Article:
Ranking The AFC North Draft Classes

We’re beginning to put a bow on the 2023 NFL Draft. Most of our focus has been on what the Pittsburgh Steelers did but I’ll pan out and and look at the AFC North as a whole with a quick recap and analysis on the totality of their classes, ranking them 1-4.

1. Pittsburgh Steelers

You know most of my thoughts by now, I’m sure. A really good draft for Omar Khan with pieces falling into place throughout it. Trading up to get his OT in Broderick Jones, landing Joey Porter Jr. at #32, Keeanu Benton at #49, and Darnell Washington at #93 (trading down and getting back a fourth-round pick in the process).

I won’t pretend like there aren’t some concerns here because there are. Jones’ rawness, Porter’s more-specific scheme fit, Benton lacking monster upside, and Washington an awkward mover with more risk than people realize, but it fits with everything Pittsburgh’s looking for. Throw in Nick Herbig in the fourth round, an instant quality special teamer, and the very worthwhile risk on CB Cory Trice Jr. in the 7th round, and the Steelers had the best draft of the AFC North and one of the best in the NFL.

Draft Grade: A

2. Cincinnati Bengals

A pass rusher in Myles Murphy wasn’t a major need in Round One but the Bengals, like most even fronts, value and need a deep d-line. Murphy probably won’t be a premier pass rusher but was a fine first round pick. Getting the inside/outside CB DJ Turner at #60 was a solid selection while S Jordan Battle in the third was an average pick, a player with physical tools but tape that didn’t always match the measurables.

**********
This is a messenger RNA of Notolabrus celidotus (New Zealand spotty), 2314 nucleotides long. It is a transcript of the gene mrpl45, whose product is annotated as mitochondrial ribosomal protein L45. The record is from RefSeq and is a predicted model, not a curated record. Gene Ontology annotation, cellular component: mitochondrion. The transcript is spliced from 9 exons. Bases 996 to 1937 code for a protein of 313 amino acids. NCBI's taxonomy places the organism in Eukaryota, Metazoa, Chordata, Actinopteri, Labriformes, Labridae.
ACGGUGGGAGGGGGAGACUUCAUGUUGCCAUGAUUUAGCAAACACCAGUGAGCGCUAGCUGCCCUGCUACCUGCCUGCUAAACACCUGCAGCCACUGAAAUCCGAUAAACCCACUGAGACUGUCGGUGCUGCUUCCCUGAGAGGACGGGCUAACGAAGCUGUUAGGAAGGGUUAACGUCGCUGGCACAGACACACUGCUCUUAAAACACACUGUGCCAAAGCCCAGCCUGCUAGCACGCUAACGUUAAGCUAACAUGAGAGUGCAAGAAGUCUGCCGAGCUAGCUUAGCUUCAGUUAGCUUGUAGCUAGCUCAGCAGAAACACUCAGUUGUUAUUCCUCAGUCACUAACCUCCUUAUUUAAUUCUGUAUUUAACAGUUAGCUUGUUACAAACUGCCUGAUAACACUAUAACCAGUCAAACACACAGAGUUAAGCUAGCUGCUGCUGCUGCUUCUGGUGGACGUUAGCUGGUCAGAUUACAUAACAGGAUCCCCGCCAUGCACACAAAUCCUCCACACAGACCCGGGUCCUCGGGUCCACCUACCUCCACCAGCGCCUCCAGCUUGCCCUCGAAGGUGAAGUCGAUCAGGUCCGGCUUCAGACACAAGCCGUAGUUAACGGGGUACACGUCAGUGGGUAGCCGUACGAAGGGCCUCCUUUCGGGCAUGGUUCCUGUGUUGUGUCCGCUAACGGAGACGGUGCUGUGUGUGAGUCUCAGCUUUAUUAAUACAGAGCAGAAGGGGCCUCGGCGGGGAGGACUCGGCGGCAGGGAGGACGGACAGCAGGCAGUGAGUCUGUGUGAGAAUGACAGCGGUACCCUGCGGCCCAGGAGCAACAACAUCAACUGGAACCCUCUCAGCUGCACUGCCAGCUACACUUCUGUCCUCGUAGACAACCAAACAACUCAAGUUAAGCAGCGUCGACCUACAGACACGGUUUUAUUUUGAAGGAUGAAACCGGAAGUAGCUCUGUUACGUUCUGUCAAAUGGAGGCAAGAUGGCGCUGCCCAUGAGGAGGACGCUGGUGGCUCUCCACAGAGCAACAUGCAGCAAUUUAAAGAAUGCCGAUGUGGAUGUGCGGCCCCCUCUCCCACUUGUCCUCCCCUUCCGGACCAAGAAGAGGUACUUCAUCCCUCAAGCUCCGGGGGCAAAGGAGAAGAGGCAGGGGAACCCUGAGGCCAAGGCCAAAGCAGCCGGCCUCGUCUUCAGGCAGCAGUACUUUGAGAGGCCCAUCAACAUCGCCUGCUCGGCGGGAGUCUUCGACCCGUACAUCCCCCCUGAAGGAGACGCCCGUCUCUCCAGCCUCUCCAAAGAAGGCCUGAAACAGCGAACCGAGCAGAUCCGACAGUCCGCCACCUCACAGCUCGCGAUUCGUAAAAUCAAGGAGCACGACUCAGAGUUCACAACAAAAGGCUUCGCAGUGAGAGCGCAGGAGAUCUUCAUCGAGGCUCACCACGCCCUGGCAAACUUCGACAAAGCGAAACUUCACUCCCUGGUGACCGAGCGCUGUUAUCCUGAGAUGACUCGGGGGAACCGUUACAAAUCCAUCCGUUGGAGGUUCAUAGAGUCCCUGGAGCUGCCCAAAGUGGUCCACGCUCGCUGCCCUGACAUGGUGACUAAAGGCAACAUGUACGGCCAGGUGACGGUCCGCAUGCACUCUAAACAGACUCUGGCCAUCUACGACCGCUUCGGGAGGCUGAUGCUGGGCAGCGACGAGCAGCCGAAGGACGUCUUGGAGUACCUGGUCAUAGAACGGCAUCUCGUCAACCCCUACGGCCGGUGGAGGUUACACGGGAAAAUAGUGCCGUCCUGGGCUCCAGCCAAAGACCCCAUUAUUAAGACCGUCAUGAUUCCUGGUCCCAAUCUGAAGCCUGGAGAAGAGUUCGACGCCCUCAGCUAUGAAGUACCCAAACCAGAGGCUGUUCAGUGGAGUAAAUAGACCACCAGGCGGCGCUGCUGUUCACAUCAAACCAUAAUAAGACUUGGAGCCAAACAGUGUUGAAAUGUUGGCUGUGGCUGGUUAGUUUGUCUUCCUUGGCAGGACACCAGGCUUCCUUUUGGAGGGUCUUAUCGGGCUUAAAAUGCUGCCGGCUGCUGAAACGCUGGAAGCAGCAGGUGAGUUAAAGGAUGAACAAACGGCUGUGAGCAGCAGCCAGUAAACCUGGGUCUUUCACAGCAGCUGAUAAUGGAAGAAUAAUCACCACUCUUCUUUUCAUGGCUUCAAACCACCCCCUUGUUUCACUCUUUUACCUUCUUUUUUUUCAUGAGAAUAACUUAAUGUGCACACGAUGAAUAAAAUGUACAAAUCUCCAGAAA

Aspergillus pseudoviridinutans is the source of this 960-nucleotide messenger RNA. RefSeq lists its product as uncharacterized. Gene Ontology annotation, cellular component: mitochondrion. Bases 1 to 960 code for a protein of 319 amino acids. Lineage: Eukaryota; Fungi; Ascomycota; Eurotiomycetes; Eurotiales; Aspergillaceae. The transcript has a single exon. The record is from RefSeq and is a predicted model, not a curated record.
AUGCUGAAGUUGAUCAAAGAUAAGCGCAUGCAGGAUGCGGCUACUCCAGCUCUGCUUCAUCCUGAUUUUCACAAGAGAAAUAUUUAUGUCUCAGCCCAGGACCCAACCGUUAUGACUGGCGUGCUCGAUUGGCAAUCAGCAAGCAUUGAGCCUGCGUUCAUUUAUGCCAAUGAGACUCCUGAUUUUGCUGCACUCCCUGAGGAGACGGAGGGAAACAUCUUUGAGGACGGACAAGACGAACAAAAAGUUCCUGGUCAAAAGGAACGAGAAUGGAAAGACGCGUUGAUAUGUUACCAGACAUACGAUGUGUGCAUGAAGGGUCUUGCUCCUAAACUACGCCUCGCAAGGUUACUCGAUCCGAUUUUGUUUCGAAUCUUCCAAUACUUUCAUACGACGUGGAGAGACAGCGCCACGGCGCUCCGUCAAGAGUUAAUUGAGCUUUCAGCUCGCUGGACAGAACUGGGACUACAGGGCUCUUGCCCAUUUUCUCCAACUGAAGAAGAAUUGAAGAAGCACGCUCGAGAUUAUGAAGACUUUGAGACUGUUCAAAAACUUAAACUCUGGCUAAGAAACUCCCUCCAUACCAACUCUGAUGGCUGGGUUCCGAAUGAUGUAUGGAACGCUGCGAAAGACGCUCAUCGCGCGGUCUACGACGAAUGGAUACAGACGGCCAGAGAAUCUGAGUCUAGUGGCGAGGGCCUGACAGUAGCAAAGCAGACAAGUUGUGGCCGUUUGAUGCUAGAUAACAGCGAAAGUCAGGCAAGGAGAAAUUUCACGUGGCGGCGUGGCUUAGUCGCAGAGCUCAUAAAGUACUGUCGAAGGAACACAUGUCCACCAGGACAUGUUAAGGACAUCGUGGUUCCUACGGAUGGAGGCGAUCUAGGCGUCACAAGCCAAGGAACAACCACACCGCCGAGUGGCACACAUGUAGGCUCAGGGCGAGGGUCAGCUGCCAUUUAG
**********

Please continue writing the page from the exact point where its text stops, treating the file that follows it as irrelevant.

Their Day Three selections focused on skill and speed with WRs Charlie Jones and Andrei Iosivas along with RB Chase Brown. The Bengals know their bread is buttered through their ability to score points and Jones and Iosivas’ body types complement each other well. Brown is quality depth for a shaky-looking backfield. I liked the Saturday haul for the Bengals who didn’t hit a home run here but a solid double off the wall.

Draft Grade: B

3. Baltimore Ravens

Grabbing WR Zay Flowers at #22 in the middle of a first-round WR run was huge. They need weapons for Lamar Jackson and Flowers is a three-level player, though probably not a true #1 a passing attack will be built around. While the Ravens typically have ultra-strong drafts, a lack of capital hurt them here, no second-round pick or endless compensatory selections. Trent Simpson at #86 is solid value in the third round but the league is finding getting a hyper-athlete inside linebacker can be a tough fit, especially in the AFC North.

EDGE Tavius Robinson is the Ravens’ type of pass rusher, big and long, while I liked CB Kyu Blu Kelly in the fifth round. Trading up for USC OG Andrew Vorhees in the seventh round is a chance worth taking, even if he won’t be able to contribute until 2024.

The Ravens’ haul comes close to matching the Bengals but Cincinnati had more depth and quality throughout, giving them the edge.

Draft Grade: B-

4. Cleveland Browns

It shouldn’t come as a shock to see the Browns bring up the rear of the North given the fact they didn’t possess first- or second-round selections. Their first pick came at #74 with Tennessee WR Cedric Tillman. Advanced metrics and 2021 production (before his 2022 broken ankle) are kind to him but I see Tillman as a James Washington type. Good size, wins contested, not a special athlete who played in a wide-open offense and only aligned on one side of the field. He’s going to have a learning curve.

Getting NT Siaki Ika later in the round is…fine. He can plug the run and the Browns needed interior help. He’ll scratch that itch. Big Ohio State tackle Dawand Jones fell all the way into the fourth round and he’s a true coin flip. Talented, good tape, his career is totally up to him. It doesn’t matter that Cleveland has a good o-line coach in Bill Callahan. Jones decides how good he wants to be. That’s the bottom line.

DE Isaiah McGuire is a solid rotational pass rusher with size, power, and the ability to bend through contact but he’ll never be a star. QB Dorian Thompson-Robinson is a fifth-round throwaway while CB Cameron Mitchell was a little better. Cleveland went back to the Buckeye well in the seventh round with center Luke Wypler, whose lack of size and length makes him a pure NFL center with backup potential.

Draft Grade: C

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